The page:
Presently the shadows fell away from him and he looked up to see no path, no lovers, only a vast tender light and, below him, many little round trees in tubs. He had come to the terrace above the Orangerie. Southward from this high place one saw only forest, France a broad forest in the autumn evening. Horns blew no longer, rousing wolf or wild boar for the king's hunt; there was no great game left. The only tracks in that forest would be the footprints of young lovers who had come out from Paris on the bus, and walked among the trees, and vanished.

With no intent, unconscious still of his defection, Kereth roamed back along wide walks towards the palace, which stood now in the sinking light no longer yellow but colorless, like a sea-cliff over a beach when the last bathers are leaving. From beyond it came a dim roar like surf, engines of tourist busses starting back to Paris. Kereth stood still. A few small figures hurried on the terraces between silent fountains. A woman's voice far off called to a child, plaintive as a gull's cry. Kereth turned around and without looking back, intent now, conscious, erect as one who has just stolen something-a pineapple, a purse, a loaf-from a counter and has got it hidden under his coat, he strode back into the dusk among the trees.

"This is mine," he said aloud to the high chestnuts and the oaks, like a thief among policemen. "This is mine!" The oaks and chestnuts, French, planted for aristocrats ... Continues...

Excerpted from Orsinian Tales by Le Guin, Ursula K. Excerpted by permission.
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Orsinian Tales 4 out of 5 based on 0 ratings. 4 reviews.
booklove2 on LibraryThing More than 1 year ago
This was a loosely connected batch of short stories labeled as "fantasy" but I didn't see what was so unrealistic about it other than the setting of an imaginary place called Orsinia. It seemed to me it was somewhere in Europe though. Not a bad story of the bunch, but one story seemed to go on a while. I liked that the stories were connected a bit. Also, a big hint is the dates after each story mean when the story takes place, not when the story was written, which was helpful in a book that jumps around in time.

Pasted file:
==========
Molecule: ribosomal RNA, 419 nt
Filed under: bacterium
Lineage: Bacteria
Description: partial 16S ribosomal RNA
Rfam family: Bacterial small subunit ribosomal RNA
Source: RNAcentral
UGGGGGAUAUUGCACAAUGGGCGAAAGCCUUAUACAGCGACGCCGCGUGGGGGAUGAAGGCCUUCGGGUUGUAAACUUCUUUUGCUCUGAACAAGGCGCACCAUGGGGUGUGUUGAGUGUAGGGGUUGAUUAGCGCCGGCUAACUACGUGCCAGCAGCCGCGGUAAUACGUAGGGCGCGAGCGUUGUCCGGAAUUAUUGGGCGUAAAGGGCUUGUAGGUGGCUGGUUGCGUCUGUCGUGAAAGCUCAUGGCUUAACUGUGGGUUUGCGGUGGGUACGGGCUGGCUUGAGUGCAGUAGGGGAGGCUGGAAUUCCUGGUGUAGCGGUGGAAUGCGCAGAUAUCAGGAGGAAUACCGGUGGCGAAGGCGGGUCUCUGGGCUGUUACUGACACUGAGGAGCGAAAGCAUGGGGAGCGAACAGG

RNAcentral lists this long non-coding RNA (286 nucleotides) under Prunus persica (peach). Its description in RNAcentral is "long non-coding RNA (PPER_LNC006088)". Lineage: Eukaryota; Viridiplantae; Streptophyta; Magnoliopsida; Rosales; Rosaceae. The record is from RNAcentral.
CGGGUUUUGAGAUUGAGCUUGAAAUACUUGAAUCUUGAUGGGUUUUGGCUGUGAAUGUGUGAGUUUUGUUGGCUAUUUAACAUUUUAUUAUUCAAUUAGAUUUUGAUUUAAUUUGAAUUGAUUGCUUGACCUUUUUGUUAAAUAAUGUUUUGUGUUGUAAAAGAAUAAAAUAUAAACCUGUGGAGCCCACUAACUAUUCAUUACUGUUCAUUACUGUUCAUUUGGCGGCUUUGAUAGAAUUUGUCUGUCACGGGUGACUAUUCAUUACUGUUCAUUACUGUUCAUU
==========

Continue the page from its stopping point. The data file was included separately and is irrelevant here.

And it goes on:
whitewavedarling on LibraryThing More than 1 year ago
I truly enjoyed [Orsinian Tales]. It took me a while to read, but only because I left it at my boyfriend's place and read about a story per weekend while I was around. As usual, Le Guin gives a fascinating universe and characters who feel real in every way. She also managed in this work to make supposedly fantastic stories feel absolutely relevant to this world and the issues we've enountered as a global society. I will say that I don't think I would have enjoyed this book quite so much had I tried to read it all through as a single work. Most of the stories are of a darker (or at least more somber) nature, and the characters and themes are similar across the full work. Ideally, I'd say it's a good work to read stories from as a break from longer works. Highly recommended. My favorite stories from the collection were "Ile Forest" and "The Lady of Moge", though I enjoyed all of them.
xicanti on LibraryThing More than 1 year ago
A collection of eleven short stories set in the imaginary European country of Orsinia.I have a bit of a love/hate relationship with Le Guin's books. I find her writing absolutely beautiful and I think she explores some very interesting ideas with her work, but I can never become emotionally involved with her stories. I find them distanced, as though she's sitting on her characters' shoulders instead of riding around inside their heads.This approach bothers me somewhat with her novels, but it works perfectly with her short stories. These tales are snippets of life in which we learn just enough about each character to get us through. The story itself, the plot, and the overarching ideas behind everything become key. Le Guin shows us people in bleak, often hopeless circumstances. We're forced to consider their every action as they struggle to keep hold of themselves. Most of the stories take place in the early 20th century, when Orsinia is on the brink of becoming a communist state. Several pieces set in the 50's and 60's, (including the very first story), show us Orsinian life under the communist regime. These pieces make this a very political work... but to be honest, I'm not sure I got as much out of it as I could have, in that sense. I was born near the very end of the Cold War. These themes simply don't resonate with me the way they would with someone who grew up with them. I still found the characters' struggles thought-provoking, but more because of how they related to human nature than for any political reason.
clong on LibraryThing More than 1 year ago
This is an interesting and satisfying collections of 11 non-scifi, non-fantasy Le Guin short stories. They are all set in the fictional eastern European nation of Orsinia, and range in dates from medieval times through the height of the cold war. Most of these stories tell of people facing bleak lives, with little or no opportunity for advancement. Several include very effective tales of romance. Le Guin does good job of quickly establishing believable characters and inviting the reader into these characters' challenging lives. My favorite was the earliest written of the bunch, An die Musik.